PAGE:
New Company

In September 1950 the King Brothers changed how they financed their films. They publicly floated their company, getting permission to use a million $1-par shares. They issued $300,000 worth of shares and used it to finance Drums in the Deep South.[14] $300,000 was later raised for The Syndicate. The King Brothers paid $70,000 for 70,000 of their own shares. There were over 700 shareholders and the King Brothers took 50% of the profits.[15]

The King Brothers later sued RKO for mismanaging the distribution and sale of three of their films, The Brave One, Carnival Story and Drums in the Deep South, claiming $6,030,000 in damages.[16]

Select Filmography

Unmade Films

In popular culture

Frank Kozinsky was portrayed by actor John Goodman and Hymie (Herman) Kozinsky was portrayed by actor Stephen Root in the 2015 film Trumbo.[32][33]


  1. ^ Thompson, Howard (March 30, 1961). "The Amazing Transparent Man (1960) Two Horror Films". The New York Times.
  2. ^ a b c d e f g h THOMAS BRADY (Oct 12, 1941). "HITTING THE JACKPOT: The Kozinsky Brothers Muscled Into the Movies to Get Even With De Mille". New York Times. p. X4.
  3. ^ "Obituary 2 -- No Title". Los Angeles Times. Jan 28, 1950. p. 10.
  4. ^ Treanor, Tom (Nov 12, 1941). "The Home Front". Los Angeles Times. p. 1A.
  5. ^ Richard L. Coe. (Apr 24, 1954). "He's Been Around For a Long Time". The Washington Post and Times Herald. p. 21.
  6. ^ "U.S. Will Delve Into CAMOA: Grand Jury Summons Lawyer and Kent Parrot in Income Tax Inquiry U.S. Will Delve Into CAMOA". Los Angeles Times. May 8, 1940. p. A1.
  7. ^ "Tax Evasion Laid to Three: Two Brothers and Sister Indicted After Inquiry Into CAMOA Member". Los Angeles Times. May 9, 1940. p. A1.
  8. ^ "RAISED EYEBROWS DEPARTMENT". New York Times. Jan 11, 1942. p. X4.
  9. ^ a b c d A.H. WEILER (June 3, 1945). "BY WAY OF REPORT: The King Brothers Hit the Film Jackpot --C. Bennett, Producer, Etc.--Addenda Bennett, Inc. The 'Spider's' Webb Close Shave". New York Times. p. X3.
  10. ^ McGilligan, Patrick. Backstory 2: Interviews with Screenwriters of the 1940s and 1950s. Berkeley:  University of California Press,  c1991.
  11. ^
  12. ^ Schallert, Edwin (Nov 11, 1945). "Belita, Ice Star, Veers to Film Dramatic Roles: Skating Ballerina in New Picture Makes Impressive Shift to Serious Portrayals". Los Angeles Times. p. B1.
  13. ^ THOMAS M. PRYOR (Mar 10, 1946). "BELITA, JILL OF ALL TRADES: Experiment Garlogs Girl Competition?". New York Times. p. X3.
  14. ^ Scheuer, Philip K. (Sep 5, 1950). "Tim Holt Leatherneck; Directors Pick Huston; King Bros. Celebrating". Los Angeles Times. p. A11.
  15. ^ THOMAS F. BRADY (Apr 8, 1951). "HOLLYWOOD AGENDA: Capra and Stevens Will Leave Paramount In Production Policy Change--Addenda Poor Starts Turning Point Stock Dealings More Color". New York Times. p. 101.
  16. ^ THOMAS M. PRYOR (Nov 5, 1958). "FILM GROUP FILES SUIT OF $6,030,000: King Brothers Alleges Trust Violations in 3 Releases -- Doris Day in Musical". New York Times. p. 43.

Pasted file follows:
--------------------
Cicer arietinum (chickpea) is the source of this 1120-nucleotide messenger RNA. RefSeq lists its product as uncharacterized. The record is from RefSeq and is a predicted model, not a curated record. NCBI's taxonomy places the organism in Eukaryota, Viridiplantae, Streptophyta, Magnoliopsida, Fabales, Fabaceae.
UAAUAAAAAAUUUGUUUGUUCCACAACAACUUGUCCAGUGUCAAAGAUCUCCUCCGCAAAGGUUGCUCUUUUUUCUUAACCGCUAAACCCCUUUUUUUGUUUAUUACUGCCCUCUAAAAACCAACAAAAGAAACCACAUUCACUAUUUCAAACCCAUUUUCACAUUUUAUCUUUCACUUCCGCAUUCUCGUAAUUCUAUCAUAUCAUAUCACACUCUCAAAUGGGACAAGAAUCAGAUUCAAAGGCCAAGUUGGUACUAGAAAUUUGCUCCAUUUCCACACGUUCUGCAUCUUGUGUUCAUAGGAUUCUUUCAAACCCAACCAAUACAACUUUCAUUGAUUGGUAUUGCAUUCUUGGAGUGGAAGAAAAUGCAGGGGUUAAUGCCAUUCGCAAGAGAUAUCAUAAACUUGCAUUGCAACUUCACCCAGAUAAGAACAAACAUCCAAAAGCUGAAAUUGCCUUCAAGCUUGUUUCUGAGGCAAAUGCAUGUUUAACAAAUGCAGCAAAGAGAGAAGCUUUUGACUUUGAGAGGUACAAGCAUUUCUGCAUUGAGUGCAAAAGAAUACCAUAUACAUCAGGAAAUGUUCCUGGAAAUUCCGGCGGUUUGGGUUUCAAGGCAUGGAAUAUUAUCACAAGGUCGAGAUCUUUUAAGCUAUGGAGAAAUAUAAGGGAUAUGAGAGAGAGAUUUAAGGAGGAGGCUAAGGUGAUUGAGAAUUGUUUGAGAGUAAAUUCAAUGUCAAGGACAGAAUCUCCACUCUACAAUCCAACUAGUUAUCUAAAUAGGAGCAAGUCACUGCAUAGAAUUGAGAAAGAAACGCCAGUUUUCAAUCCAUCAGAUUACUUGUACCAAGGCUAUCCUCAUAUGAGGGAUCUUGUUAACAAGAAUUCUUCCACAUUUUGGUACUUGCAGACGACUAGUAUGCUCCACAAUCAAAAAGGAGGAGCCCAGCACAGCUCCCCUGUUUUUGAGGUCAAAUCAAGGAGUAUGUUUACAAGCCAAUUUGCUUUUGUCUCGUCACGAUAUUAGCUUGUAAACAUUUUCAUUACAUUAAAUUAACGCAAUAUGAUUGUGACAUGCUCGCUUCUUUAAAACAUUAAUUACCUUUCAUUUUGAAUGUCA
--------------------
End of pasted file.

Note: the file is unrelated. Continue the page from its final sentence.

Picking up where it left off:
17. ^ Schallert, Edwin (Apr 6, 1942). "DRAMA: Susan Hayward to Vie With Ghostly Veronica". Los Angeles Times. p. 8.
  18. ^ "SCREEN NEWS HERE AND IN HOLLYWOOD: Warners to Make Movie About Variety and Its Founder -- to Revive 'Our Town' Film". New York Times. Feb 2, 1944. p. 17.
  19. ^ "Of Local Origin". New York Times. Feb 5, 1943. p. 17.
  20. ^ "Of Local Origin". New York Times. Apr 17, 1943. p. 13.
  21. ^ "Paramount Buys Rights to 'Immortal Wife'". New York Times. Mar 17, 1945. p. 17.
  22. ^ "Of Local Origin". New York Times. Feb 9, 1945. p. 21.
  23. ^ "SCREEN NEWS: Wanger Pays $200,000 for New Lehmann Novel". New York Times. Apr 24, 1945. p. 30.
  24. ^ Frank Daugherty (Sep 14, 1945). "Letter From Hollywood". The Christian Science Monitor. p. 4.
  25. ^ "Of Local Origin". New York Times. July 17, 1945. p. 7.
  26. ^ Scheuer, Philip K. (Aug 23, 1946). "Tufts, Bendix, Hayden and Lund Feel 'Blaze'". Los Angeles Times. p. A7.
  27. ^ Schallert, Edwin (Sep 30, 1946). "'Salome' to Star Welles, New British Sensation". Los Angeles Times. p. A3.
  28. ^ Schallert, Edwin (Aug 18, 1947). "DRAMA AND FILM: Peggy Cummins' Mama Authors Peters Story". Los Angeles Times. p. A3.
  29. ^ Schallert, Edwin (Oct 11, 1950). "George Murphy Does Cop; Eddy Deal Negotiated; Madison Signed by Kings". Los Angeles Times. p. B13.
  30. ^ Schallert, Edwin (July 31, 1951). "Drama: George O'Brien to Star in Science Story; Tony Martin Festival Guest". Los Angeles Times. p. B5.
  31. ^ Scheuer, Philip K. (Sep 3, 1951). "Drama: Gloria Swanson Likes Dress Designer Yarn; Kings Boost Tiomkin". Los Angeles Times. p. A7.
  32. ^ "Trumbo reviews". Metacritic. Retrieved February 9, 2016.
  33. ^ Debruge, Peter (September 13, 2015). "'Trumbo' Review: Bryan Cranston Clears Blacklisted Writer's Name". Variety. Retrieved December 6, 2015.
This page was last edited on 18 December 2021, at 15:29